US Downgrade 'Absurd': Economist
Staff Writer, CNBC.com
Standard & Poor'sdowngrade of the US' credit rating from AAA for the first time in history, on Friday, was "absurd", Richard Portes, professor of economics at the London Business School, told CNBC Monday.
"The downgrade is absurd in that default ratings are supposed to result in default… It's not possible that the US will default on its debt ," he said.
He is far from the only critic of the widely-anticipated move.
Treasury Secretary Timothy Geithner told CNBC Sunday that the decision was based on a "lack of knowledge" about the nation's finances.
"S&P has shown really terrible judgment and they've handled themselves very poorly," he added in an attack on the ratings agency," Geithner said.
"The downgrade reflects our opinion that the fiscal consolidation plan that Congress and the administration recently agreed to falls short of what, in our view, would be necessary to stabilize the government's medium-term debt dynamics," S&P said in a statement following the downgrade.
"This is a big symbolic moment," Sir John Gieve, the former Deputy Governor of the Bank of England, told CNBC Monday.
"It definitely increases the sense of uncertainty and lack of confidence."
Rival agency Moody's on Monday kept the US' credit rating at its top rating but warned it could downgrade the world's biggest economy before 2013 if the fiscal or economic outlook weakens significantly.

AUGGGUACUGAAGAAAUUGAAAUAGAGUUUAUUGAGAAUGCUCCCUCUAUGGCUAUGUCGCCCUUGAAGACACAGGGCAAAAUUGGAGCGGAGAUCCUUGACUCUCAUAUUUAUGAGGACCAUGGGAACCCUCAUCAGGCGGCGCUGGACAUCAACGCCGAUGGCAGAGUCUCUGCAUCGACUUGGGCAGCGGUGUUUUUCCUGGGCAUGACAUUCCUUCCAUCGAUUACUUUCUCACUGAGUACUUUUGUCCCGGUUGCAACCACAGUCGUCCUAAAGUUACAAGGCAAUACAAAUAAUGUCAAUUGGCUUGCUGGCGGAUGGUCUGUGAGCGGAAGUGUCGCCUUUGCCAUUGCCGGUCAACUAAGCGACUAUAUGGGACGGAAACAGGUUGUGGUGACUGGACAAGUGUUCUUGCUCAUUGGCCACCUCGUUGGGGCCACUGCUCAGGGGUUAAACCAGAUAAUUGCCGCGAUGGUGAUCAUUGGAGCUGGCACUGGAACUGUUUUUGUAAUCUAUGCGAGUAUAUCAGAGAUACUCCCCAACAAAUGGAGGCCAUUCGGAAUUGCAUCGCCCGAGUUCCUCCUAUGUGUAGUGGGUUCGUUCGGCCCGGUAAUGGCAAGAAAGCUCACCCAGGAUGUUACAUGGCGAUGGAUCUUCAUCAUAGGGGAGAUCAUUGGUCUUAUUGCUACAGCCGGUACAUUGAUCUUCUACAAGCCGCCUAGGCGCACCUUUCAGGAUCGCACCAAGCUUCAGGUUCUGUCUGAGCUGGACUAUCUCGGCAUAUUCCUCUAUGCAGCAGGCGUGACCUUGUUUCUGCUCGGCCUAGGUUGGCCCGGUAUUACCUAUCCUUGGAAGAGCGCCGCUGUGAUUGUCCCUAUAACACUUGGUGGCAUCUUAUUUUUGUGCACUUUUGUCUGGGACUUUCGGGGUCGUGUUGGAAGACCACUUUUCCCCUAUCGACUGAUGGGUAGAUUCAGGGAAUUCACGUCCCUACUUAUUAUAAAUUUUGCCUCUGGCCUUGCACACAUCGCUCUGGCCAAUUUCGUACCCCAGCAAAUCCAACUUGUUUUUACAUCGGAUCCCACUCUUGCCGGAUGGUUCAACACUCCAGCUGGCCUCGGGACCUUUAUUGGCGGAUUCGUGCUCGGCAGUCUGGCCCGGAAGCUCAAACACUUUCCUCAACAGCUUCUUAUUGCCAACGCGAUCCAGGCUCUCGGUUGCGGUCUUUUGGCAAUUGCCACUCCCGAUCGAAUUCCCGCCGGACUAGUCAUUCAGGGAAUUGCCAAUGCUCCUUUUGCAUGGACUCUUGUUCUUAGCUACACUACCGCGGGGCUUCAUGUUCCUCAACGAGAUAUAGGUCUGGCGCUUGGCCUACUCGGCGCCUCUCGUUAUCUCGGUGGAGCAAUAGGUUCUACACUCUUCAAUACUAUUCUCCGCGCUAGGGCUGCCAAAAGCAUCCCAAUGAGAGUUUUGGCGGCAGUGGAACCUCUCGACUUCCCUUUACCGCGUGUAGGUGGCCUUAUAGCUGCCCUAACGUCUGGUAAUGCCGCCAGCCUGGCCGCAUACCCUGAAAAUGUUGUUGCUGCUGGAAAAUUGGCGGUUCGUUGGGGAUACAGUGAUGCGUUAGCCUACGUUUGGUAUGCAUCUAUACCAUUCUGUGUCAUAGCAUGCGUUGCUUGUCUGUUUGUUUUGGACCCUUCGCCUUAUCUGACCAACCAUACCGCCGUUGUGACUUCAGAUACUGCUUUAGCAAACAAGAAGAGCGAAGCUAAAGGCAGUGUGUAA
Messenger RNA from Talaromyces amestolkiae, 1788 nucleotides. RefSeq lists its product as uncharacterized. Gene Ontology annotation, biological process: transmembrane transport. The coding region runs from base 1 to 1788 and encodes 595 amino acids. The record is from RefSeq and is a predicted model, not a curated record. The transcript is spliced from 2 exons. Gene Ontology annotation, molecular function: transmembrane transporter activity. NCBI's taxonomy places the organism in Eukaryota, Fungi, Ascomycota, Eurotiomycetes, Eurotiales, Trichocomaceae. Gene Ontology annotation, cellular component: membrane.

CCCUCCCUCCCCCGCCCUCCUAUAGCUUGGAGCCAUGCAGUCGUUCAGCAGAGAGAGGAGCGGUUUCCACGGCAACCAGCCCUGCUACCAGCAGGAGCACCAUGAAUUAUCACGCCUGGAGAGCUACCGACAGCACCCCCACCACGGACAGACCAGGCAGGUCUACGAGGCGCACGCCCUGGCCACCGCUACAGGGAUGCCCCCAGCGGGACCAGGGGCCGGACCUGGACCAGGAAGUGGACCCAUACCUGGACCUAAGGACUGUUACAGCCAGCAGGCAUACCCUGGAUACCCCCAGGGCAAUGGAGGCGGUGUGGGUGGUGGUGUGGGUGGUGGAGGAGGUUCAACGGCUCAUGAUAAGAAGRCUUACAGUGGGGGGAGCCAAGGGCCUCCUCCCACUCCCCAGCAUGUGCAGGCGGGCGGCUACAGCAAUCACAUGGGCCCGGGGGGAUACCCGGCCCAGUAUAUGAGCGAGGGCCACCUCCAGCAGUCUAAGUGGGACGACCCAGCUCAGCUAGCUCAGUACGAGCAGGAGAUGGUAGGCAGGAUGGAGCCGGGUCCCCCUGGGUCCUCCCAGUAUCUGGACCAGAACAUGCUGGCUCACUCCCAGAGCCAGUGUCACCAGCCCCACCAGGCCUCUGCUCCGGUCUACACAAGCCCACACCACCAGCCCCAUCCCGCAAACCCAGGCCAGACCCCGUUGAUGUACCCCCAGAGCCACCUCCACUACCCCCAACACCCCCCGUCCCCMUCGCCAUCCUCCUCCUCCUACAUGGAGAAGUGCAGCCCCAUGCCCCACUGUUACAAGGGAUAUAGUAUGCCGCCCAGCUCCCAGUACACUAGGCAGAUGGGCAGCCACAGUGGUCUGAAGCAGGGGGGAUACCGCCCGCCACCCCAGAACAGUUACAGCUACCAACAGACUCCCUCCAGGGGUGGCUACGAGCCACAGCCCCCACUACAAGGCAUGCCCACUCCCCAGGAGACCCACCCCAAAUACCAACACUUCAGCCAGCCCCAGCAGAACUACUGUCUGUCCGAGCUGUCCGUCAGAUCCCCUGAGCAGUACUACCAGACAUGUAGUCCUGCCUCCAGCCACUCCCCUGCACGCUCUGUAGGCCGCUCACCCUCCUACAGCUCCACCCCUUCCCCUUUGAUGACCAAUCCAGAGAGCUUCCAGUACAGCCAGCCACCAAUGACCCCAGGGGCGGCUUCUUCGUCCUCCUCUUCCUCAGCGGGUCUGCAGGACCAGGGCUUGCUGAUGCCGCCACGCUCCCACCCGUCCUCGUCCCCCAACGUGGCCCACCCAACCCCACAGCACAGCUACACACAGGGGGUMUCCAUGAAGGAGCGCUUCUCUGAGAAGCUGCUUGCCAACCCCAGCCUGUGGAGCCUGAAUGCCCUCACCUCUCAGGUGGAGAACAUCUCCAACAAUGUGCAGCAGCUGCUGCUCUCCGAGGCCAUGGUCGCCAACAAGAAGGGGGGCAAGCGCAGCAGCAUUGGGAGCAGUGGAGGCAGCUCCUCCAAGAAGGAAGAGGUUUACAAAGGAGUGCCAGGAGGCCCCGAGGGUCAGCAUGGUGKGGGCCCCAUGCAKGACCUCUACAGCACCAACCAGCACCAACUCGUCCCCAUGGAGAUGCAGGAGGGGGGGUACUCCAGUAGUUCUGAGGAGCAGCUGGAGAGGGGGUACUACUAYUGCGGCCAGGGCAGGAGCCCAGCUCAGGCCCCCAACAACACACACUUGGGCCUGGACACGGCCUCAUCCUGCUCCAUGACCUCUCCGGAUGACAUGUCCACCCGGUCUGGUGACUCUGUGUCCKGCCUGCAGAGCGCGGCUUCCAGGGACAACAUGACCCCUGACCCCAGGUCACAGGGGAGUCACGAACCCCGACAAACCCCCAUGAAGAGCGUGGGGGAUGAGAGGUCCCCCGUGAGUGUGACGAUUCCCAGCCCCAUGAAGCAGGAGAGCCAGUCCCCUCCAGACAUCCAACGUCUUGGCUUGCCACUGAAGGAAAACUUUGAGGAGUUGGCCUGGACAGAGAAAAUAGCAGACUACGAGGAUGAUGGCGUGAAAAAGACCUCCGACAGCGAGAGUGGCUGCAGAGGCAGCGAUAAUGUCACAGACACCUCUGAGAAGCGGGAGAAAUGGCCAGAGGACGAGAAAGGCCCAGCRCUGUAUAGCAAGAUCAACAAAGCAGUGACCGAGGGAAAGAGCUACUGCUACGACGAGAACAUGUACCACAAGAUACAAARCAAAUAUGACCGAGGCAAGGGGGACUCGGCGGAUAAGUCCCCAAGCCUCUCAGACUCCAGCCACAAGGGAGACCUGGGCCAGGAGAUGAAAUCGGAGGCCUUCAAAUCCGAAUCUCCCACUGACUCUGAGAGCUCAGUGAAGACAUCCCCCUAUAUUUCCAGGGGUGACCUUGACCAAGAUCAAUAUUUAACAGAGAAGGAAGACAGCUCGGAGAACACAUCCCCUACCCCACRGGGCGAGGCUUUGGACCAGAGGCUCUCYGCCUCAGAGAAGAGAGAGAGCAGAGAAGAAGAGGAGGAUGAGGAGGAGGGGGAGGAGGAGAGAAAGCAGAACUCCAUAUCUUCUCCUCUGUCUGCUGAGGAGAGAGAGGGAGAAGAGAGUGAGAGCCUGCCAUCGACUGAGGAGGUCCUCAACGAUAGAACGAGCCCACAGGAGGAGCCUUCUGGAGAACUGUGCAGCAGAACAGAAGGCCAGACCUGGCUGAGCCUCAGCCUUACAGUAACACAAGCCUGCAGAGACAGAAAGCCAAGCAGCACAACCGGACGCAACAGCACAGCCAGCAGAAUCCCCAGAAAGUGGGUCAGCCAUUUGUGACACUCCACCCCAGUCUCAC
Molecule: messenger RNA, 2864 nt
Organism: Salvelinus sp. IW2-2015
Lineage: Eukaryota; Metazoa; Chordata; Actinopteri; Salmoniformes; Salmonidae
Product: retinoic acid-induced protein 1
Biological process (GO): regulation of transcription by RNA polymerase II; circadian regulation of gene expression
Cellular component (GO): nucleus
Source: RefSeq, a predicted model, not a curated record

The US now has to enact a planned $1.5 trillion in budget cuts, which a cross-party committee has pledged to find.
"They need a long-term plan to deal with the deficit but you could deal with it by cutting back growth in healthcare expenditure and letting the Bush tax cuts expire," said Portes.
Over the weekend, renewed doubts about the survival of the US dollar as the world's reserve currency emerged after Guan Jianzhong, chairman of Dagong Global Credit Rating, told CNBC the currency will be “gradually discarded by the world,” and the “process will be irreversible.”
"This is part of a new equilibrium between the US and China," Jean-Paul Pierret, Strategist, Dexia Securities, told CNBC Monday.
"We (in Europe) are in the middle of this exchange."
He was optimistic about the survival of the dollar.
"It takes a very, very long time to change the status of a currency and the status of the dollar is so long and so old that it would be very difficult to change it," he said.